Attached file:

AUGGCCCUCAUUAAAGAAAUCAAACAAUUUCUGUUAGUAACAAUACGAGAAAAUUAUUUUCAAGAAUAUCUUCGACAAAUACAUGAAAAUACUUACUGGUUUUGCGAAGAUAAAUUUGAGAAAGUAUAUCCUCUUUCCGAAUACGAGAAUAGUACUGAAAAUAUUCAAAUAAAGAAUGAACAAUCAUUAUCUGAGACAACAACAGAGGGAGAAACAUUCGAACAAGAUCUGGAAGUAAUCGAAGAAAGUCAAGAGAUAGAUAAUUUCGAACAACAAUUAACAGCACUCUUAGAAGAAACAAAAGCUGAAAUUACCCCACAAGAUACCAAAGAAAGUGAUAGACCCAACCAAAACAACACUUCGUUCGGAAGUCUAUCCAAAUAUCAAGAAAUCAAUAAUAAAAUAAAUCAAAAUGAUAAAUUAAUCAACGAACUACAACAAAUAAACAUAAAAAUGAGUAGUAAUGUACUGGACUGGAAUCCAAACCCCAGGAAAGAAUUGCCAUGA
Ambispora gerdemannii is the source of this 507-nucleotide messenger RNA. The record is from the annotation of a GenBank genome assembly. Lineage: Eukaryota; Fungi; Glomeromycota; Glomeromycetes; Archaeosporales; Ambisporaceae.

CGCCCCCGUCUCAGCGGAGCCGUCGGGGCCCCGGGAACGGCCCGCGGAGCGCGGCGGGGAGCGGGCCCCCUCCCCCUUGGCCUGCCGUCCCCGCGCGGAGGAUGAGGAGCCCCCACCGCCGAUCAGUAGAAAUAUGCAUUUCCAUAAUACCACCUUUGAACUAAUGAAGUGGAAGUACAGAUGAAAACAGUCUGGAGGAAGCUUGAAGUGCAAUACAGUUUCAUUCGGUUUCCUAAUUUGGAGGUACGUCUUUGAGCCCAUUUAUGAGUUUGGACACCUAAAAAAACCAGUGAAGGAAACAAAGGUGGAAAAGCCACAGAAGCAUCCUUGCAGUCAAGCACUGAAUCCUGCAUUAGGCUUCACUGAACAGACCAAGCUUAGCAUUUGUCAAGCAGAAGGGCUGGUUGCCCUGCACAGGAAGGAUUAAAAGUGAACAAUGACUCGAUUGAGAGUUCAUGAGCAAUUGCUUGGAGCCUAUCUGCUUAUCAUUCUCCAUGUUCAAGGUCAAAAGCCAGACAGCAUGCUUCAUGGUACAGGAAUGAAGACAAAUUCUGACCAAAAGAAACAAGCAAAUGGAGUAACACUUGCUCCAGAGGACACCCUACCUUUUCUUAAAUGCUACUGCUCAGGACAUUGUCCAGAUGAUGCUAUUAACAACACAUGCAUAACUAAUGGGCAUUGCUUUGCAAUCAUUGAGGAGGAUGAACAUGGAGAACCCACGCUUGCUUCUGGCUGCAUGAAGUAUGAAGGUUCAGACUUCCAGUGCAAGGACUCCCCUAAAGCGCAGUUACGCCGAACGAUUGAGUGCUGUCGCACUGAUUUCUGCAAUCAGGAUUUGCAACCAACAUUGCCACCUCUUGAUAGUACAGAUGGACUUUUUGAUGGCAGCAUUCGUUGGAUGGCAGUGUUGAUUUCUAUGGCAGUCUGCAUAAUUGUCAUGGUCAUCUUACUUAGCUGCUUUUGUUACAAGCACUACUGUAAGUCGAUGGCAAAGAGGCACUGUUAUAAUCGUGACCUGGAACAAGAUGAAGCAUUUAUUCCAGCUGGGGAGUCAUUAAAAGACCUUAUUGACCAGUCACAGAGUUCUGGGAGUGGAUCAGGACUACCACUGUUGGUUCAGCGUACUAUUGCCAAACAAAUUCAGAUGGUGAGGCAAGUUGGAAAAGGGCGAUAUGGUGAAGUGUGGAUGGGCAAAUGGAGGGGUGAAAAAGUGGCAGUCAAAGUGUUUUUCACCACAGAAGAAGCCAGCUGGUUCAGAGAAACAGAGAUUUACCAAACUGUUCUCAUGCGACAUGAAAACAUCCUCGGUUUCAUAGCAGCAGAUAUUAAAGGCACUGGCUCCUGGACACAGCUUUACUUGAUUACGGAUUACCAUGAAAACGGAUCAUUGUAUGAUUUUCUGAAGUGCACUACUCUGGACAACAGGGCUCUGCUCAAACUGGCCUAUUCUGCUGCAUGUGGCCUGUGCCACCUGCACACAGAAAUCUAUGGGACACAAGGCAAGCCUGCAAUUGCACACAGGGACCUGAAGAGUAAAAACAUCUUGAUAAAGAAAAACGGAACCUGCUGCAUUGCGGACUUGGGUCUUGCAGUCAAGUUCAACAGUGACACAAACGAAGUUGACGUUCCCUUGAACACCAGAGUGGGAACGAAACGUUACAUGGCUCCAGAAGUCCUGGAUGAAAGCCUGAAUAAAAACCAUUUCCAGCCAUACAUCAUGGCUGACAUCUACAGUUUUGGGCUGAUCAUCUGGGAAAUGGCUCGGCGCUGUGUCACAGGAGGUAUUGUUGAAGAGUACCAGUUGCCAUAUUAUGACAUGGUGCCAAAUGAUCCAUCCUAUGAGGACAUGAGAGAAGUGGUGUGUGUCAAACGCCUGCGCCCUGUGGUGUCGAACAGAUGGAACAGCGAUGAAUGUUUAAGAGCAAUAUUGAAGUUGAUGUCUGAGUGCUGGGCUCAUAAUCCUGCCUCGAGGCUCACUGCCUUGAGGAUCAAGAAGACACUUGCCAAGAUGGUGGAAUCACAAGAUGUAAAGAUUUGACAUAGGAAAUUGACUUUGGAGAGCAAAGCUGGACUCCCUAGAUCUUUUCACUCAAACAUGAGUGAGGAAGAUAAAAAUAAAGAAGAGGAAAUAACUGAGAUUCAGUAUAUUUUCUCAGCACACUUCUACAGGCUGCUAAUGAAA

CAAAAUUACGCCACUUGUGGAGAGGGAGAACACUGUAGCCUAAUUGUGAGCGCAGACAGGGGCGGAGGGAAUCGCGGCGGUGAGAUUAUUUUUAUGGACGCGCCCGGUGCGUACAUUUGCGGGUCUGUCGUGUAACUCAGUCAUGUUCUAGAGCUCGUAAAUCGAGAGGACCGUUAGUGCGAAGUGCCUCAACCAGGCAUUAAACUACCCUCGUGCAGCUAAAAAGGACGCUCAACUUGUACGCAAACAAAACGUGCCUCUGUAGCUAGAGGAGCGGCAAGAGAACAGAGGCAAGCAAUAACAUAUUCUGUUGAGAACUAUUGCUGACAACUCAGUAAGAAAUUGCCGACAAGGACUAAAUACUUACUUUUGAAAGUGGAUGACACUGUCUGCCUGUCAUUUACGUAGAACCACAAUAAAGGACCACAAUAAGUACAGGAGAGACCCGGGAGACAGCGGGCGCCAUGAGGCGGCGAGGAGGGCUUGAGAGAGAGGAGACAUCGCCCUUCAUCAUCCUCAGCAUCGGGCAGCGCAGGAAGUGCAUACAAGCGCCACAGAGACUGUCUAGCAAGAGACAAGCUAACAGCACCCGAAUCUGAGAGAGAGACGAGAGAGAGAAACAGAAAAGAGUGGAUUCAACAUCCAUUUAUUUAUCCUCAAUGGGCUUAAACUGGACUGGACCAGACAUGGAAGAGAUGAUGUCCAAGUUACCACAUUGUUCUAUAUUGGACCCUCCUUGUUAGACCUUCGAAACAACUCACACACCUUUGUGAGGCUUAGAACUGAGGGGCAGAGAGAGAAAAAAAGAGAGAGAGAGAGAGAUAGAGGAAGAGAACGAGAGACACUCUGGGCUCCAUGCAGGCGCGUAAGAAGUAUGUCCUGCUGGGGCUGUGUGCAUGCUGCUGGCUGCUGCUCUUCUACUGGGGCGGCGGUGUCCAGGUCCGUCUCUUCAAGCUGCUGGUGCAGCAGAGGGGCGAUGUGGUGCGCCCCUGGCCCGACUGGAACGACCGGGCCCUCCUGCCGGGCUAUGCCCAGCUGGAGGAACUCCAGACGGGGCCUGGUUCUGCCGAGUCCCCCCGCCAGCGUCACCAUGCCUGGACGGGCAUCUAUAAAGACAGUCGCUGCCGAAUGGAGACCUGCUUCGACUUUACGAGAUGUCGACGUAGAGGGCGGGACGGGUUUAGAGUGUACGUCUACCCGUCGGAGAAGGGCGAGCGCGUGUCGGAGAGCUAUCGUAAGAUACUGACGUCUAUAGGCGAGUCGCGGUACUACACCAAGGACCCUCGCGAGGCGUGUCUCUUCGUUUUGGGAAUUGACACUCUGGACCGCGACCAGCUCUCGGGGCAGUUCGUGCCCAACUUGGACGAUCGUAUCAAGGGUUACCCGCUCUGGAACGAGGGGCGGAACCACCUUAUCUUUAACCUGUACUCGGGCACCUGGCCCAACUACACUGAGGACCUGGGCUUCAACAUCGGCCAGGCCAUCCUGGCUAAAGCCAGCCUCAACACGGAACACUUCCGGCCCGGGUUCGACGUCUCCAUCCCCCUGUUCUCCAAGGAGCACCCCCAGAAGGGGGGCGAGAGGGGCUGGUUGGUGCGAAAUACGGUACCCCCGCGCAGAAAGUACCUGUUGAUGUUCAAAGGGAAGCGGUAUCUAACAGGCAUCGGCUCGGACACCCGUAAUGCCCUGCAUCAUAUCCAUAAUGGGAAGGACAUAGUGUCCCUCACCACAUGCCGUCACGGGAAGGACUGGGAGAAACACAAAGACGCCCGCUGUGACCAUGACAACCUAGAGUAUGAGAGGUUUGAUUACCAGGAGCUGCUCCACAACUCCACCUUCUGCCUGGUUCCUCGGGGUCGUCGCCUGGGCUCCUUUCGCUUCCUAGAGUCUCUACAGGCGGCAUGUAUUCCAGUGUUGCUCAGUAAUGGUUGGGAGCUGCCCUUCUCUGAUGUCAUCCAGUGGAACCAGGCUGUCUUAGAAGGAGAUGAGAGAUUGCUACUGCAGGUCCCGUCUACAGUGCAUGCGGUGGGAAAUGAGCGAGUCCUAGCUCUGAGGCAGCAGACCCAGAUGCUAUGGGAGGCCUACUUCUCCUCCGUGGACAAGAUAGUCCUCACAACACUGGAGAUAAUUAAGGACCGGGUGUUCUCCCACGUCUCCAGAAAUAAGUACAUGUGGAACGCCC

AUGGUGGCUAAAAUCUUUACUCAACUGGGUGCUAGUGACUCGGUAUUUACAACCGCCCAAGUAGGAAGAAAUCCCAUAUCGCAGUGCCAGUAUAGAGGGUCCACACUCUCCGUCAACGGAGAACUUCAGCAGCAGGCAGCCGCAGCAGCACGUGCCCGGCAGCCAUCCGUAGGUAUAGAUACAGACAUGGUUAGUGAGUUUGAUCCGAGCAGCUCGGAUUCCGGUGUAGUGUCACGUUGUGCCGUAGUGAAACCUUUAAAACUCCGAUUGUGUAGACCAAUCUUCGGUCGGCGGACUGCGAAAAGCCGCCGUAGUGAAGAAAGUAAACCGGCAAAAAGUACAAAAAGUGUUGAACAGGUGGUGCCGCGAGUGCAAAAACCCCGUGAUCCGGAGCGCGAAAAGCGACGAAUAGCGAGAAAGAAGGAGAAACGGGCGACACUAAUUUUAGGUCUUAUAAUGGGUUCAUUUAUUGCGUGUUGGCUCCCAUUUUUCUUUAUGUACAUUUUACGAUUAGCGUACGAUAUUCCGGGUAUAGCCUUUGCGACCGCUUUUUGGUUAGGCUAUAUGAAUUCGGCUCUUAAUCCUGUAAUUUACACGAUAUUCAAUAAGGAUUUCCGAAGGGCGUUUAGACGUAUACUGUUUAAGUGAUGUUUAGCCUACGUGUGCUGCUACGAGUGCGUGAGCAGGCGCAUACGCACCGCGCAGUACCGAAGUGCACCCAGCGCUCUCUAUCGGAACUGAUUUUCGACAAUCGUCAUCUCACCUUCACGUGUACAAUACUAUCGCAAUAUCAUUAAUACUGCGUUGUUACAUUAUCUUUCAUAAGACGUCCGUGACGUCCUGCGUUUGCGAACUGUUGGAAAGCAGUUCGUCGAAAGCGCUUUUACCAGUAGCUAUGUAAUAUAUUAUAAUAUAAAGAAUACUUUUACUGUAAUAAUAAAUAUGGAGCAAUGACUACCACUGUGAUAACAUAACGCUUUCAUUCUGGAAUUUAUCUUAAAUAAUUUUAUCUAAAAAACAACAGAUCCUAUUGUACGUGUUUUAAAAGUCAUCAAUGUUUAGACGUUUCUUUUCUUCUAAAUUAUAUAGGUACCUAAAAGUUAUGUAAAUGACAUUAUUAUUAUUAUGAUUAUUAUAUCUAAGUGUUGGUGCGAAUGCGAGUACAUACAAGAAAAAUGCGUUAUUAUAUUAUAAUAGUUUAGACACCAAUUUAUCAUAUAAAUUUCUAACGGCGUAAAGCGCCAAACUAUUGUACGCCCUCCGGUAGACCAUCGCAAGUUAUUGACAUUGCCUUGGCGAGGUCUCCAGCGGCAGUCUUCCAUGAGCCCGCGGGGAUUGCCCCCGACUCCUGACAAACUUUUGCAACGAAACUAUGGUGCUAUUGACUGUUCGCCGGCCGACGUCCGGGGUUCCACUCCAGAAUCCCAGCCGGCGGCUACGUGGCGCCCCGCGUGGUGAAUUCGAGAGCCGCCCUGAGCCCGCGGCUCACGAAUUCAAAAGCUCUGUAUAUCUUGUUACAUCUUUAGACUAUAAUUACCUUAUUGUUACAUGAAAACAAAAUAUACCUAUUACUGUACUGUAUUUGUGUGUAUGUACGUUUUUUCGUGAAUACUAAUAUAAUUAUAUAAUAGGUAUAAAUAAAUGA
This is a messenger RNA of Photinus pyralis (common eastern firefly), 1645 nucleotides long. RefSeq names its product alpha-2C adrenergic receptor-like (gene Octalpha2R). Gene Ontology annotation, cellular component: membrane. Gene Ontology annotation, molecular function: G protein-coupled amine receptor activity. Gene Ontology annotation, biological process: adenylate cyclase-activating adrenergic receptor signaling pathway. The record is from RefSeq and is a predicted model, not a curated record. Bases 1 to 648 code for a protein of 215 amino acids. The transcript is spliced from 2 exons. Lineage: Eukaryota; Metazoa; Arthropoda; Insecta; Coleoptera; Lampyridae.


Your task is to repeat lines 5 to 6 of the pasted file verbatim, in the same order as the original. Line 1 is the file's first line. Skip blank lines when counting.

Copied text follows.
AUGGUGGCUAAAAUCUUUACUCAACUGGGUGCUAGUGACUCGGUAUUUACAACCGCCCAAGUAGGAAGAAAUCCCAUAUCGCAGUGCCAGUAUAGAGGGUCCACACUCUCCGUCAACGGAGAACUUCAGCAGCAGGCAGCCGCAGCAGCACGUGCCCGGCAGCCAUCCGUAGGUAUAGAUACAGACAUGGUUAGUGAGUUUGAUCCGAGCAGCUCGGAUUCCGGUGUAGUGUCACGUUGUGCCGUAGUGAAACCUUUAAAACUCCGAUUGUGUAGACCAAUCUUCGGUCGGCGGACUGCGAAAAGCCGCCGUAGUGAAGAAAGUAAACCGGCAAAAAGUACAAAAAGUGUUGAACAGGUGGUGCCGCGAGUGCAAAAACCCCGUGAUCCGGAGCGCGAAAAGCGACGAAUAGCGAGAAAGAAGGAGAAACGGGCGACACUAAUUUUAGGUCUUAUAAUGGGUUCAUUUAUUGCGUGUUGGCUCCCAUUUUUCUUUAUGUACAUUUUACGAUUAGCGUACGAUAUUCCGGGUAUAGCCUUUGCGACCGCUUUUUGGUUAGGCUAUAUGAAUUCGGCUCUUAAUCCUGUAAUUUACACGAUAUUCAAUAAGGAUUUCCGAAGGGCGUUUAGACGUAUACUGUUUAAGUGAUGUUUAGCCUACGUGUGCUGCUACGAGUGCGUGAGCAGGCGCAUACGCACCGCGCAGUACCGAAGUGCACCCAGCGCUCUCUAUCGGAACUGAUUUUCGACAAUCGUCAUCUCACCUUCACGUGUACAAUACUAUCGCAAUAUCAUUAAUACUGCGUUGUUACAUUAUCUUUCAUAAGACGUCCGUGACGUCCUGCGUUUGCGAACUGUUGGAAAGCAGUUCGUCGAAAGCGCUUUUACCAGUAGCUAUGUAAUAUAUUAUAAUAUAAAGAAUACUUUUACUGUAAUAAUAAAUAUGGAGCAAUGACUACCACUGUGAUAACAUAACGCUUUCAUUCUGGAAUUUAUCUUAAAUAAUUUUAUCUAAAAAACAACAGAUCCUAUUGUACGUGUUUUAAAAGUCAUCAAUGUUUAGACGUUUCUUUUCUUCUAAAUUAUAUAGGUACCUAAAAGUUAUGUAAAUGACAUUAUUAUUAUUAUGAUUAUUAUAUCUAAGUGUUGGUGCGAAUGCGAGUACAUACAAGAAAAAUGCGUUAUUAUAUUAUAAUAGUUUAGACACCAAUUUAUCAUAUAAAUUUCUAACGGCGUAAAGCGCCAAACUAUUGUACGCCCUCCGGUAGACCAUCGCAAGUUAUUGACAUUGCCUUGGCGAGGUCUCCAGCGGCAGUCUUCCAUGAGCCCGCGGGGAUUGCCCCCGACUCCUGACAAACUUUUGCAACGAAACUAUGGUGCUAUUGACUGUUCGCCGGCCGACGUCCGGGGUUCCACUCCAGAAUCCCAGCCGGCGGCUACGUGGCGCCCCGCGUGGUGAAUUCGAGAGCCGCCCUGAGCCCGCGGCUCACGAAUUCAAAAGCUCUGUAUAUCUUGUUACAUCUUUAGACUAUAAUUACCUUAUUGUUACAUGAAAACAAAAUAUACCUAUUACUGUACUGUAUUUGUGUGUAUGUACGUUUUUUCGUGAAUACUAAUAUAAUUAUAUAAUAGGUAUAAAUAAAUGA
This is a messenger RNA of Photinus pyralis (common eastern firefly), 1645 nucleotides long. RefSeq names its product alpha-2C adrenergic receptor-like (gene Octalpha2R). Gene Ontology annotation, cellular component: membrane. Gene Ontology annotation, molecular function: G protein-coupled amine receptor activity. Gene Ontology annotation, biological process: adenylate cyclase-activating adrenergic receptor signaling pathway. The record is from RefSeq and is a predicted model, not a curated record. Bases 1 to 648 code for a protein of 215 amino acids. The transcript is spliced from 2 exons. Lineage: Eukaryota; Metazoa; Arthropoda; Insecta; Coleoptera; Lampyridae.